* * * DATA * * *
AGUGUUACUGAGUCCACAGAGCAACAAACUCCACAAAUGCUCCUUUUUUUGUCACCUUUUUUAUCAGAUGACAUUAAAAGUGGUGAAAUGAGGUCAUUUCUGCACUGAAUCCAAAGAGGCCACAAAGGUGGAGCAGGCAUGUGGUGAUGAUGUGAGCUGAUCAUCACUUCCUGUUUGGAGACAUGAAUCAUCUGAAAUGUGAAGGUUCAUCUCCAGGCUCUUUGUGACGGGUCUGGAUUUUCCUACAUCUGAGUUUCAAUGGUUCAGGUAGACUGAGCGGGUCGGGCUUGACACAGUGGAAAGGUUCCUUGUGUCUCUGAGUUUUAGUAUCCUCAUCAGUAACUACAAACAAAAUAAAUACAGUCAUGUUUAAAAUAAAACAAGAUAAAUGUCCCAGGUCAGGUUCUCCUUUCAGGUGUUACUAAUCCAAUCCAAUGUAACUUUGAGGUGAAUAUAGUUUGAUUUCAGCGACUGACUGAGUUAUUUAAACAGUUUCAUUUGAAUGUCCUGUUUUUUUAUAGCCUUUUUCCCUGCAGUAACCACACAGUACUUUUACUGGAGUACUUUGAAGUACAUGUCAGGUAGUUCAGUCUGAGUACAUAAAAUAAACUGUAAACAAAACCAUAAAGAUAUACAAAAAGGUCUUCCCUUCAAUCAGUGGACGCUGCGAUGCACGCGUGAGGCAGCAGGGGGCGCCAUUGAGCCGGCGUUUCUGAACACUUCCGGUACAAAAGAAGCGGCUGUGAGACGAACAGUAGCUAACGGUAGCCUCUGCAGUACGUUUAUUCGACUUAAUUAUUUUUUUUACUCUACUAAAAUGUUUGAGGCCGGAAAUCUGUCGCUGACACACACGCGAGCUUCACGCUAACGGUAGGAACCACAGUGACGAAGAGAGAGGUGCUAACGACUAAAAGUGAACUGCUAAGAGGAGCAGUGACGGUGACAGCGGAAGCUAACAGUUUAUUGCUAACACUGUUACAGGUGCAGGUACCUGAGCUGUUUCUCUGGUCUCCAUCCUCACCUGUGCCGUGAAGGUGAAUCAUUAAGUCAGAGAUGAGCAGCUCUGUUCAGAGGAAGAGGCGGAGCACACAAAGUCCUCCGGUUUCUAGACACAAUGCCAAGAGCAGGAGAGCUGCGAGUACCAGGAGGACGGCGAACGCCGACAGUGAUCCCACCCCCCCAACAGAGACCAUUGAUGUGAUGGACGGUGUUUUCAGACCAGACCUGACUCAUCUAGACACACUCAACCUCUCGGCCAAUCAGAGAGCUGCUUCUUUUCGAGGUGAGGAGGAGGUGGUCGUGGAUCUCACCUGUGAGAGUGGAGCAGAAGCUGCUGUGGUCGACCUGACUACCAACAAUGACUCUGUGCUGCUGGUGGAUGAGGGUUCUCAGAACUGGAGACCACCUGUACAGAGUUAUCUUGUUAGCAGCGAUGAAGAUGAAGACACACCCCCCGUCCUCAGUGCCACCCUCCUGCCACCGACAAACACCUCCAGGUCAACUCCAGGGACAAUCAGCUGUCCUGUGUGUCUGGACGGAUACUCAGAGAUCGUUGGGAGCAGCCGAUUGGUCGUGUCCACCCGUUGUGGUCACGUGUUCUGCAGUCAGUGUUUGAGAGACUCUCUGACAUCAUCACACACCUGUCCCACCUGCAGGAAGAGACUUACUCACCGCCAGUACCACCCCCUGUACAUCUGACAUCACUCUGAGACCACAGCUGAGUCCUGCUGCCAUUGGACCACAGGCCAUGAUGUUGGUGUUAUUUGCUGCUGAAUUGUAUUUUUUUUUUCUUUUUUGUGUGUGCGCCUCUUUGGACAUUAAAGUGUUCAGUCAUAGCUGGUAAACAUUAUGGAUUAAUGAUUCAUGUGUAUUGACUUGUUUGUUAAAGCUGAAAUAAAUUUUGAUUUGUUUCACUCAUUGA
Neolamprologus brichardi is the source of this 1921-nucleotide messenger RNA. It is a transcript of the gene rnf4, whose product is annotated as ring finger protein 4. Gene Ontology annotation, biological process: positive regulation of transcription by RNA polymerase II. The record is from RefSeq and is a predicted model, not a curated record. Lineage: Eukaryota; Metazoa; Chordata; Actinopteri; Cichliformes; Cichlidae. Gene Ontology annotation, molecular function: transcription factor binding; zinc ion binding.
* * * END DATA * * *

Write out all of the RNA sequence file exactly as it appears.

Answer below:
AGUGUUACUGAGUCCACAGAGCAACAAACUCCACAAAUGCUCCUUUUUUUGUCACCUUUUUUAUCAGAUGACAUUAAAAGUGGUGAAAUGAGGUCAUUUCUGCACUGAAUCCAAAGAGGCCACAAAGGUGGAGCAGGCAUGUGGUGAUGAUGUGAGCUGAUCAUCACUUCCUGUUUGGAGACAUGAAUCAUCUGAAAUGUGAAGGUUCAUCUCCAGGCUCUUUGUGACGGGUCUGGAUUUUCCUACAUCUGAGUUUCAAUGGUUCAGGUAGACUGAGCGGGUCGGGCUUGACACAGUGGAAAGGUUCCUUGUGUCUCUGAGUUUUAGUAUCCUCAUCAGUAACUACAAACAAAAUAAAUACAGUCAUGUUUAAAAUAAAACAAGAUAAAUGUCCCAGGUCAGGUUCUCCUUUCAGGUGUUACUAAUCCAAUCCAAUGUAACUUUGAGGUGAAUAUAGUUUGAUUUCAGCGACUGACUGAGUUAUUUAAACAGUUUCAUUUGAAUGUCCUGUUUUUUUAUAGCCUUUUUCCCUGCAGUAACCACACAGUACUUUUACUGGAGUACUUUGAAGUACAUGUCAGGUAGUUCAGUCUGAGUACAUAAAAUAAACUGUAAACAAAACCAUAAAGAUAUACAAAAAGGUCUUCCCUUCAAUCAGUGGACGCUGCGAUGCACGCGUGAGGCAGCAGGGGGCGCCAUUGAGCCGGCGUUUCUGAACACUUCCGGUACAAAAGAAGCGGCUGUGAGACGAACAGUAGCUAACGGUAGCCUCUGCAGUACGUUUAUUCGACUUAAUUAUUUUUUUUACUCUACUAAAAUGUUUGAGGCCGGAAAUCUGUCGCUGACACACACGCGAGCUUCACGCUAACGGUAGGAACCACAGUGACGAAGAGAGAGGUGCUAACGACUAAAAGUGAACUGCUAAGAGGAGCAGUGACGGUGACAGCGGAAGCUAACAGUUUAUUGCUAACACUGUUACAGGUGCAGGUACCUGAGCUGUUUCUCUGGUCUCCAUCCUCACCUGUGCCGUGAAGGUGAAUCAUUAAGUCAGAGAUGAGCAGCUCUGUUCAGAGGAAGAGGCGGAGCACACAAAGUCCUCCGGUUUCUAGACACAAUGCCAAGAGCAGGAGAGCUGCGAGUACCAGGAGGACGGCGAACGCCGACAGUGAUCCCACCCCCCCAACAGAGACCAUUGAUGUGAUGGACGGUGUUUUCAGACCAGACCUGACUCAUCUAGACACACUCAACCUCUCGGCCAAUCAGAGAGCUGCUUCUUUUCGAGGUGAGGAGGAGGUGGUCGUGGAUCUCACCUGUGAGAGUGGAGCAGAAGCUGCUGUGGUCGACCUGACUACCAACAAUGACUCUGUGCUGCUGGUGGAUGAGGGUUCUCAGAACUGGAGACCACCUGUACAGAGUUAUCUUGUUAGCAGCGAUGAAGAUGAAGACACACCCCCCGUCCUCAGUGCCACCCUCCUGCCACCGACAAACACCUCCAGGUCAACUCCAGGGACAAUCAGCUGUCCUGUGUGUCUGGACGGAUACUCAGAGAUCGUUGGGAGCAGCCGAUUGGUCGUGUCCACCCGUUGUGGUCACGUGUUCUGCAGUCAGUGUUUGAGAGACUCUCUGACAUCAUCACACACCUGUCCCACCUGCAGGAAGAGACUUACUCACCGCCAGUACCACCCCCUGUACAUCUGACAUCACUCUGAGACCACAGCUGAGUCCUGCUGCCAUUGGACCACAGGCCAUGAUGUUGGUGUUAUUUGCUGCUGAAUUGUAUUUUUUUUUUCUUUUUUGUGUGUGCGCCUCUUUGGACAUUAAAGUGUUCAGUCAUAGCUGGUAAACAUUAUGGAUUAAUGAUUCAUGUGUAUUGACUUGUUUGUUAAAGCUGAAAUAAAUUUUGAUUUGUUUCACUCAUUGA
Neolamprologus brichardi is the source of this 1921-nucleotide messenger RNA. It is a transcript of the gene rnf4, whose product is annotated as ring finger protein 4. Gene Ontology annotation, biological process: positive regulation of transcription by RNA polymerase II. The record is from RefSeq and is a predicted model, not a curated record. Lineage: Eukaryota; Metazoa; Chordata; Actinopteri; Cichliformes; Cichlidae. Gene Ontology annotation, molecular function: transcription factor binding; zinc ion binding.